2015 Honda CRV brake rotor replacement Q

2WD, 2015 Honda CRV. 4-squirrels. 4-doors.

My wife’s car shakes like a paint mixer when the brakes are applied.

The car has less than 60K miles on it, and I’ve replaced these rotors 2 times. Well, I didn’t… we had the shop do it. Limited i-net research seems to suggest that we’re/they’re installing crappy rotors each time. So, I’m contemplating putting some *racing rotors on it, so that they won’t warp as easily.

Problem solved, or am I just throwing money away?

*I’m aware that warp isn’t exactly accurate, but I think that term works to describe the condition I’m trying to overcome.

The shaking may be related to worn out suspension parts.

I’ve only ever encountered a “warped” rotor on motorcycles. They are much thinner.

you’d be throwing money away. Race brake hardware is designed for a totally different use case. They’re designed with fade resistance/heat management to keep the brake fluid from boiling after repeated extremely hard stops, and to try to cool off as quickly as possible after the brakes are released. Race brakes also work terribly when cold, they’re meant to work their best when everything is screaming hot. they’re not meant for long pad life.

if your vehicle is known for short brake and rotor life (like my Ranger is) then you might hit up a forum geared around your car and ask for advice. you can get upgraded components. I went with a bit better rotors and EBC pads on my truck, and this set has lasted longer than the first two sets of brakes did.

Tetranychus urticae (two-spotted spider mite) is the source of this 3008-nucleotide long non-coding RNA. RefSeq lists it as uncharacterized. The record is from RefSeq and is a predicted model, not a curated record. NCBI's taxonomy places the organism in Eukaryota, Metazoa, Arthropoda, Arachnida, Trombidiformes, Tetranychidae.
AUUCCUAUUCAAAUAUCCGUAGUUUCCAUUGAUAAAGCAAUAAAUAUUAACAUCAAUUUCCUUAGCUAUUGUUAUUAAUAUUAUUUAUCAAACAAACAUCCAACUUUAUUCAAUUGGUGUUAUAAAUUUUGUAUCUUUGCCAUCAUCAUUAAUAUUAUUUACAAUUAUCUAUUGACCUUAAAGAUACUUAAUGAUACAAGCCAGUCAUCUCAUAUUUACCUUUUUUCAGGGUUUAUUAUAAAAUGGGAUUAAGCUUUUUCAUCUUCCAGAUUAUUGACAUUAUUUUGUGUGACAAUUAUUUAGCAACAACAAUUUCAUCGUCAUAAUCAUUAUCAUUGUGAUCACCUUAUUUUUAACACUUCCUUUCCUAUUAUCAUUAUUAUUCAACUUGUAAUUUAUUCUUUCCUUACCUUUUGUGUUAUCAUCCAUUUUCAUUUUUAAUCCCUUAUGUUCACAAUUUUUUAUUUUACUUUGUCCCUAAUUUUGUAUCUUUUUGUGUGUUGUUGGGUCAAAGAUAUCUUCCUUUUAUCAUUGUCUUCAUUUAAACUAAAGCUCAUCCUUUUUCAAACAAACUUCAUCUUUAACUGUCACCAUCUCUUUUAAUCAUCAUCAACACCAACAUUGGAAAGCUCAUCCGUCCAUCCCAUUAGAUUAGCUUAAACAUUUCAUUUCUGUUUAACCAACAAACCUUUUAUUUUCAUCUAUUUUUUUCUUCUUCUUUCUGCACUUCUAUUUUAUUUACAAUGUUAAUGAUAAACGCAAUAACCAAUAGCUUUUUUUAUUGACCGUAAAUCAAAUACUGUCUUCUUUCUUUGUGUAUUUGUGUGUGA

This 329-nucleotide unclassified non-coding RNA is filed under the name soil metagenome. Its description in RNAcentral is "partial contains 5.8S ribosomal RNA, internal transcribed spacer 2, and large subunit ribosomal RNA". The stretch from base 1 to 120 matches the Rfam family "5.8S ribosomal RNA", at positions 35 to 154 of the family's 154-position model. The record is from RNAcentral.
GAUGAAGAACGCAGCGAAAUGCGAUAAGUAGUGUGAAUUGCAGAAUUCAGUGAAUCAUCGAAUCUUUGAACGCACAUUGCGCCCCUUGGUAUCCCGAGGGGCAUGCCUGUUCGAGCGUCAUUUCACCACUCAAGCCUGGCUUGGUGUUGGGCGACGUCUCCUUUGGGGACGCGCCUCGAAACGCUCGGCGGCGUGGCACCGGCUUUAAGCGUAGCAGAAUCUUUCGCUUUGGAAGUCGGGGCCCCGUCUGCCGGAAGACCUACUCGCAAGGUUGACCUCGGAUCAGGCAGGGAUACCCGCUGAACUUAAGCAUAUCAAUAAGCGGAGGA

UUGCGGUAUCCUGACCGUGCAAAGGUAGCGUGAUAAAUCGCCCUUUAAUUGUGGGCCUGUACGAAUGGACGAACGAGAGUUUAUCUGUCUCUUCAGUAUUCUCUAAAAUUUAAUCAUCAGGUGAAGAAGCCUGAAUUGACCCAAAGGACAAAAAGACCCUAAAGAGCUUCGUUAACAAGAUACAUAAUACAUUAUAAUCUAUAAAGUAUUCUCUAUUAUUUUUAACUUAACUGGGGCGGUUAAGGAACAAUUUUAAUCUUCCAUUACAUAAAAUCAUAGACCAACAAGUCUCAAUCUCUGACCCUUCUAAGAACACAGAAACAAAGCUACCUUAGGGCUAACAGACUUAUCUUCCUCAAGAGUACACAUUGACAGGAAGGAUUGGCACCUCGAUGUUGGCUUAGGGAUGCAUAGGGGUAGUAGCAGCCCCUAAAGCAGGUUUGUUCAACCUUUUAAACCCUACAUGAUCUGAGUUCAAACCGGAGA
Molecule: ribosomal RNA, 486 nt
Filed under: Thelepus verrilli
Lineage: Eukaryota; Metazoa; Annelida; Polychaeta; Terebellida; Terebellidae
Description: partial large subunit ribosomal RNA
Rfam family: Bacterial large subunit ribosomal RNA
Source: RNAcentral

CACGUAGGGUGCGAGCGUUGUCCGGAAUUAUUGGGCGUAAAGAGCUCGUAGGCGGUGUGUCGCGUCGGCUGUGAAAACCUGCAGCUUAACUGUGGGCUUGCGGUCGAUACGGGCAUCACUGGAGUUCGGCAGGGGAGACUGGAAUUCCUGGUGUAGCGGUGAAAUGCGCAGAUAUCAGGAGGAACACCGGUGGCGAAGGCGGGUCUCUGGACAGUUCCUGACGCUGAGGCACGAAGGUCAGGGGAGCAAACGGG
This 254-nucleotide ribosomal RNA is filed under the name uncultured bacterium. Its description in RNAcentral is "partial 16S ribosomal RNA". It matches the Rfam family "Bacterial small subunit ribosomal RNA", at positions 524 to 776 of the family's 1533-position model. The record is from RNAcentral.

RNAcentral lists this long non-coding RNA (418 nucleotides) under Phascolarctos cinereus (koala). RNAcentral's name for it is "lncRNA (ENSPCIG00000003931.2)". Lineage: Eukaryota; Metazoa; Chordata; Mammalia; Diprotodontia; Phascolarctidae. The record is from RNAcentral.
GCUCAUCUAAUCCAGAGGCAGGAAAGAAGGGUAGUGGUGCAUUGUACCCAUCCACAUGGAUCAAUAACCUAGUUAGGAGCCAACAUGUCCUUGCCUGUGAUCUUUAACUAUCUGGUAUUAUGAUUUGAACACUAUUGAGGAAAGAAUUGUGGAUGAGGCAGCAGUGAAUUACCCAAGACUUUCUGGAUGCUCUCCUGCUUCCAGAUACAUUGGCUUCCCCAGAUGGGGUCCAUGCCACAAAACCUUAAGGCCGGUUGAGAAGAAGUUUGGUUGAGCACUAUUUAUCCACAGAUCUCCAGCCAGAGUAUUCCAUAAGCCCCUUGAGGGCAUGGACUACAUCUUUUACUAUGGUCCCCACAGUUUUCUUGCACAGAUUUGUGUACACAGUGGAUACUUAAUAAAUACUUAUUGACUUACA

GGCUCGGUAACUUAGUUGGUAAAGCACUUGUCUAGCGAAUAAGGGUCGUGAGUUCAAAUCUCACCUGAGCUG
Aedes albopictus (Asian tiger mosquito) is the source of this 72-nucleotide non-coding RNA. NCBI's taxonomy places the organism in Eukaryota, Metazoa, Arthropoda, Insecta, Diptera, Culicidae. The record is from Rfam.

what most people describe as “warped” rotors (pulsating pedal) is due to thickness variation of the rotor from deposits of pad material, heat checking, and uneven cooling.

There is a brake in procedure with new brakes and rotors, this helped me when I had recurring warped rotors. Also when stopping from high speeds try not to let the car sit in one spot with the brakes applied, creep up, or roll slowly to prevent the transfer of material unevenly on the rotor. Ultimately it may be the caliper brake hose or even a wheel bearing.

You certainly can upgrade your brakes. A quick Google brings up several sites like this with multiple options and an idea of the costs involved:

But first you should ask yourself if you are sure that warped rotors are the cause of the shaking, they may not be. And decide how long you intend to keep the car. Long term, it would probably be worth it, selling in a year or two, probably not. And there are different pad options for street vs race that won’t have the issues that jz78817 refers to.

Personally I upgraded the front brakes on my 4th generation Trans Am and it was the best mod I have done to the car. But I intended to keep the car forever from the very beginning so the cost was worth it. GM put the same front rotors on the performance package Trans Am that came on the V-6 Firebird and I got tired of warped rotors, hard stop on a wet road and warped rotors, again. My upgrade was a bit more involved, cutting of the lower caliper ear, caliper relocation bracket, then put on much larger C-5 Corvette rotors.

But like I said, you have to look at your own cost and intent with the car to decide if it is worth it for you. And you are either going to do the work yourself of find a shop that will install them. Many shops will not install parts that you supply or that their regular warranty will not cover.